Confused about the differences between yoga and Pilates? Us too!
I teach both yoga and Pilates and while there are similar principles and aspects between the two ultimately choosing one over the other comes down to what makes you feel better, what works better for your body and what do you enjoy more. Both classes consist of movements completed with awareness on your breathing, movements focused with alignment and technique in mind and observing how your body is moving and adapting.
But to get to the nitty gritty, here’s some background on both as well as some common questions that might help you choose.
- Pilates was developed by Joseph Pilates from Germany who wanted to develop a system of movements to help strengthen, stabilize and build balance in the core and body.
- Pilates is a great way of building core strength, stability, preventing injuries or rehabilitating following injuries. There are a number of movements that can be performed on your mat and there is also Reformer Pilates which uses apparatus to complete movements.
- Pilates classes usually focus on the movements, they can sometimes include music, use of equipment and are suitable for all ages, men and women, and all levels of abilities
- Yoga was first practiced in India and has a much longer history than Pilates. It is rooted in years of practice and philosophy based on reaching a sense of unity and bliss, connecting to our soul.
- Yoga classes in contrast to Pilates, may include grounding and centering techniques such as pranayama (breathing practices), meditation and relaxation in Savasana (lying down at the end of class) to develop an overall sense of well being, allowing you to calm your body and mind.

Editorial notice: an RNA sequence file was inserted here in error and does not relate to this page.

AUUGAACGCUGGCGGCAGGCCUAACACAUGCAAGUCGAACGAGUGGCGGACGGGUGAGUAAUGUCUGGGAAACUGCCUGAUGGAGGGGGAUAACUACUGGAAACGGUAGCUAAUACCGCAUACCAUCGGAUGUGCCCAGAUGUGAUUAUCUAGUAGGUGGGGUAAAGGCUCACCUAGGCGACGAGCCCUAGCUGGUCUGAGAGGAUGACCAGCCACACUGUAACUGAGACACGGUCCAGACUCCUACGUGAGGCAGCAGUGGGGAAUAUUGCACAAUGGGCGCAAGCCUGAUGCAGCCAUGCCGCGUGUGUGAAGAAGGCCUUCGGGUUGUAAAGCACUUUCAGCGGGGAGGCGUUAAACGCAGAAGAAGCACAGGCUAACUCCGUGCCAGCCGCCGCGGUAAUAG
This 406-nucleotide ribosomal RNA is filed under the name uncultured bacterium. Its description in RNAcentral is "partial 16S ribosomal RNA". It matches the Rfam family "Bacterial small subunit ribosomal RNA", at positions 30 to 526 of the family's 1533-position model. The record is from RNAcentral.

- The physical practices in yoga are similar in its benefits to Pilates, developing strength, co-ordination, balance and awareness of movements with your breath. Postures and sequences can also be much more flowing and focus on also developing flexibility in the body.
What if I am not flexible enough or strong enough?
Often people fear what the levels will be like, if the class will be too ‘advanced’ or if you will be able to keep up. If this is your concern, make sure to speak to the teacher before you attend and express that you are a beginner. Look up classes that are specifically labelled as beginners classes and a great option is to begin with a course so you can learn all the fundamentals consistently for a number of weeks before availing of drop in classes. It also means you’ll have been shown the basics properly and will be less inclined to hurt yourself.
What are the other people involved like?
You might also be unsure of trying something new and different and wonder what the other people in the groups will be like, will it be all chanting and candlelight or will it be full on competitive exercising. Don’t worry, as I mentioned classes are available for all types and styles, so if you are looking for yoga/Pilates for your age group, for sports, for strengthening, for women or men only or for relaxation you will find details in the class descriptions and make sure again to speak to the teacher before you attend. If you sign up for or attend classes with your particular need in mind, you will more likely meet like minded people and feel more at home.
Do I need to buy anything or how do I prepare for classes?
Yoga and Pilates are great forms of exercise and keeping active from an economical point of view. Your only expense will for the most part will be your class or course fees. For most classes all you will need is a mat, a water bottle and a towel. If there is any other specific equipment needed usually the studio or teacher will provide it and if you don’t have a mat to begin with, most studios will rent you one for a nominal fee.
Yoga and Pilates are super ways to keep your bodies in balance and to take time out and ease the mind, they are similar but not the same so make sure to experience both and see what is best for you. Happy moving and breathing!